Ema (August 6)

Not many films coming out in 2021 have taglines that are more gut-wrenching than Pablo Larráin’s Ema. The film follows a young couple: Ema (Mariana Di Girólamo) and Gastón (Gael García Bernal), who adopt a little boy and subsequently give him back when things don’t quite go as planned. When it comes to intense, harrowing family dramas, it looks like Ema might just take the cake. We already know that Larráin is an expert in traversing the nuances of human emotion in the wake of a tragedy from his masterful work with Jackie (2016), so Ema will likely be nothing short of an emotional roller coaster. Unsurprisingly, it looks like it’ll also be full of explosive aesthetics, which, paired with its somber story, promises to make the film even more complex. (Aurora Amidon)

Respect (August 13)

You can count Cats if you want to, but I’m going to say that it’s been a while since we’ve seen Jennifer Hudson in a role that truly utilizes her seemingly infinite acting and singing talent. Telling the life story of the legendary Aretha Franklin feels like the exact kind of role that could unlock Hudson’s power. And with a supporting cast that includes Forest Whitaker, Audra McDonald, and (after his stellar performance on GLOW, maybe even) Marc Maron, it seems likely that director Leisl Tommy (who has done some great work in TV on shows like Queen Sugar, Insecure, Jessica Jones, and Mrs. Fletcher) is ready to break into features in a big way. Plus, the music… oh, the music. (Neil Miller)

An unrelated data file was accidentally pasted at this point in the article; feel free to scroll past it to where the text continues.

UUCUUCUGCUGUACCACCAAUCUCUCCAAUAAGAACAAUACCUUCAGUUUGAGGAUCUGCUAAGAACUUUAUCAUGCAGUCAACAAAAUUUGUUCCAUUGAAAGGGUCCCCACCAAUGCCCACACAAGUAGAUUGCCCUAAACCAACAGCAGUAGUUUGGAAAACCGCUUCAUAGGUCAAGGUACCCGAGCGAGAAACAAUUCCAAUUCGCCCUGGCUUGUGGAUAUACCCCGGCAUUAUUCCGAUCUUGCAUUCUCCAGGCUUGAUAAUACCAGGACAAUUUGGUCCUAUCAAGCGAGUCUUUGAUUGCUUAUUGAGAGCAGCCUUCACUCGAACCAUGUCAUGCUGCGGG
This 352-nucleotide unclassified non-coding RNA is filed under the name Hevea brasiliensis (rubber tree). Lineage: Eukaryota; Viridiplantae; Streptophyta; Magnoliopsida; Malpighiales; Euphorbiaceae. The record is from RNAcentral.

The King’s Man (August 20)

Matthew Vaughn needs a win. His last Kingsman sequel was a dud and burned a lot of the goodwill created by the first film. If I had been his agent or his manager or whatever, I would have told him to lay off this franchise for a bit. Go find solace in another back-to-basics Layer Cake and let this one rot. Vaughn said, “Forget that nonsense.” If you don’t succeed, try, try again. This time as a prequel, allowing the director to ditch the characters and whatever stink they still hold from the other two films. The King’s Man trailer looks tip-top, and I’m excited about a directorial redemption story. I want to be in that theater with a bunch of others when he pulls it off. (Brad Gullickson)

The Protégé (August 20)

It’s been four years since director Martin Campbell had a movie on the big screen with the 2017 Jackie Chan actioner The Foreigner. And even longer since he’s delivered something truly great (looking at you, Casino Royale). In 2021, he’ll at least get a chance to show us if he’s still got the touch with this thriller about contract killers played by Samiel L. Jackson and Maggie Q. Toss in supporting roles for Robert Patrick and Michael Keaton and a script from Richard Wenk (The Equalizer, The Mechanic, 16 Blocks) and sure, I’ll see that on a Friday afternoon. (Neil Miller)